Tag Archives: co-parenting

Overcoming Common Co-Parenting Issues After a Divorce

Divorce is an emotional and confusing time for your children. After your divorce, effective co-parenting is critical for their wellbeing. You and your ex-spouse will need to use patience and problem-solving to ensure you’re able to work together.

Common Co-Parenting Issues & How to Overcome Them

There’s bound to be some growing pains while you and your ex-spouse figure out what life looks like after divorce. After all, you’ll both need to coordinate schedules and make decisions regarding your children. This is where some of the most common co-parenting issues arise.

1. Negative Talk

Divorce is stressful, which often results in anger and heightened emotion. Some parents may be shocked to hear their child relay that their ex-spouse has been speaking negatively about them when they’re not around.

This type of behavior confuses your child and may leave them to feel at-fault. They may also feel the need to choose between their parents.

It’s important to keep the issues you have with your ex between the two of you. Don’t use your children as a buffer or expect them to relay messages on your behalf.

2. Schedule Changes

Two different schedules will need to entwine to meet the needs of your children. And when changes occur, it could result in less parenting time and frustration. It’s best to communicate schedule changes with your ex-spouse as far in advance as possible.

For example, if you wish to take your child on an extended vacation, discuss it with your ex first. If your work schedule changes, tell your ex as soon as possible. You can then work together to come up with a plan.

Some changes, such as work schedule changes, may necessitate a custody modification. Reach out to your attorney if you feel your custody or parenting plan needs to change.

3. Lack of Cooperation

Unfortunately, some couples find it difficult to co-parent. One ex-spouse may be completely uncooperative when it comes to communication and the parenting plan. If this is the case for you, it’s important to remember that you can’t control your ex’s actions—you can only control your own.

Disagreements will happen, especially at first. You should expect to work through them together by communicating and sharing your concerns. If your ex refuses to co-parent, we recommend reaching out to an attorney for help.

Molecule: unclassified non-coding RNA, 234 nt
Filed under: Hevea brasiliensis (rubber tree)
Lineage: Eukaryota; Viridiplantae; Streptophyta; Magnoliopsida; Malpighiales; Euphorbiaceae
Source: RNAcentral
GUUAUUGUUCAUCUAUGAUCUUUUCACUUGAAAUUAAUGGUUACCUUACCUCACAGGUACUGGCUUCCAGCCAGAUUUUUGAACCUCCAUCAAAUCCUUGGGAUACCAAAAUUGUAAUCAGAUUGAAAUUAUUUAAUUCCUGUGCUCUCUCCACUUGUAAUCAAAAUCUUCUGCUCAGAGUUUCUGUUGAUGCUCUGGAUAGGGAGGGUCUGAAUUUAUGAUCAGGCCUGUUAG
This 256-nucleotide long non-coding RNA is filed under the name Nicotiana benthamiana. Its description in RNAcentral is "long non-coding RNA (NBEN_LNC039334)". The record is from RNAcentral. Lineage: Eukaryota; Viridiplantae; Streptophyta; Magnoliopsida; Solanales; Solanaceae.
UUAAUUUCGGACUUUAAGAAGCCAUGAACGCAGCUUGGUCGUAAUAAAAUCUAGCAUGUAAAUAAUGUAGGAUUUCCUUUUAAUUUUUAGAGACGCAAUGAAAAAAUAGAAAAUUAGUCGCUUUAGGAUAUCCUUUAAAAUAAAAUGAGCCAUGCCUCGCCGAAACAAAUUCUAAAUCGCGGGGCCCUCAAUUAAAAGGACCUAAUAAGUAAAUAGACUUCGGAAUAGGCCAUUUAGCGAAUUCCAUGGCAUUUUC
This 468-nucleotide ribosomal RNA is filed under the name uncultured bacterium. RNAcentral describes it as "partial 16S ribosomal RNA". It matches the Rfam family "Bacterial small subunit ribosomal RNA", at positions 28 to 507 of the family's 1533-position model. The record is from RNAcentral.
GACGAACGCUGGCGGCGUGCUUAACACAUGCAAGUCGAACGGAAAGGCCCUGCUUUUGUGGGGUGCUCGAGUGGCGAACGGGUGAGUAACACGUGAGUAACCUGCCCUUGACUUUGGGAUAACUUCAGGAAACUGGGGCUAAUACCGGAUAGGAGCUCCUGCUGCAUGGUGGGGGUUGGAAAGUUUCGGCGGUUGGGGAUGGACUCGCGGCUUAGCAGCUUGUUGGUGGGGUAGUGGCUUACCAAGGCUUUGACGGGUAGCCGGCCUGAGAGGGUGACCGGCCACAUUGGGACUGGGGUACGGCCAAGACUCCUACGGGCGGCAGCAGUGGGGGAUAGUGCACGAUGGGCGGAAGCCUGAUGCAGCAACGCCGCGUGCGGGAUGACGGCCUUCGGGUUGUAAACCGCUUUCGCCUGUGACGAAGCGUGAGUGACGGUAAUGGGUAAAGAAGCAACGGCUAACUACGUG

Call Schneider Law Firm, P.C. in Ft. Worth Today

The attorneys at Schneider Law Firm, P.C. have years of experience supporting clients going through divorce and co-parenting. To learn more about effective co-parenting or for support with custody modifications, give our Ft. Worth office a call at 817-755-1852 or send us a message.

Co-Parenting Babies and Toddlers

Every family is different. Parents must learn to co-parent together outside of marriage when their child is still very young. In those cases, it’s a good idea to talk with your lawyer about what’s best for your family. Babies and toddlers have needs and abilities different from those of an older child. 

Co-Parenting When a Child Is Under Three Years Old

In most cases involving children and divorce, courts believe that something called a Standard Possession Order is in the best interests of a child. A Standard Possession Order is intended to protect the best interests of children when determining how the non-custodial parent (the parent the children don’t live with) spends time with them. It generally lists what weekdays, weekends and holidays both parents can have with their children.

Texas law, however, says that Standard Possession Orders are not meant for children less than three years old. Instead, Texas courts consider a series of factors, including things like:

  • The physical, medical, behavioral and developmental needs of the child
  • The effect on the child of separation from either parent
  • The caregiving provided to the child before the current custody lawsuit
  • The child’s need for routine
  • The age of the child

Things to Consider When Co-Parenting a Very Young Child

When you and your ex break up or divorce while your child is very young, the child will never remember that you were ever together. What they will remember is that you and the other parent worked together to give your child the best life possible–that you loved him or her and treated each other with respect.

Respectful co-parenting means choosing to work together, even when you disagree. It means communicating about your baby’s needs or toddler’s needs and making sure to involve both parents as those needs change. This is especially important when caring for a young child who can’t effectively communicate their needs and who is growing quickly.

To make successful co-parenting happen, many experts recommend arranging short and frequent visits with the non-custodial parent. For young children, they’re less stressful than long, overnight visits. A schedule for a young child might plan for a few hours a few times a week. Time can and should be extended as the child grows older.

Co-Parenting Babies and Toddlers | Schneider Law Firm, P.C. | iStock-619735158
817-799-7125 – When a child is under three, courts do not necessarily order visitation as they do for older children. Here are some things to consider when co-parenting a very young child.

Get Help With Child Custody. Contact an Attorney.

Of course, every family’s needs are different. It’s best to talk with a lawyer about yours. If you need legal help with co-parenting a baby or toddler, you can start by calling the Arlington office of the Schneider Law Firm, P.C., at 817-799-7125. Our Texas divorce lawyers are here to support you.

Source:

http://www.txaccess.org/informal-out-court-agreements-children-birth-3-years-old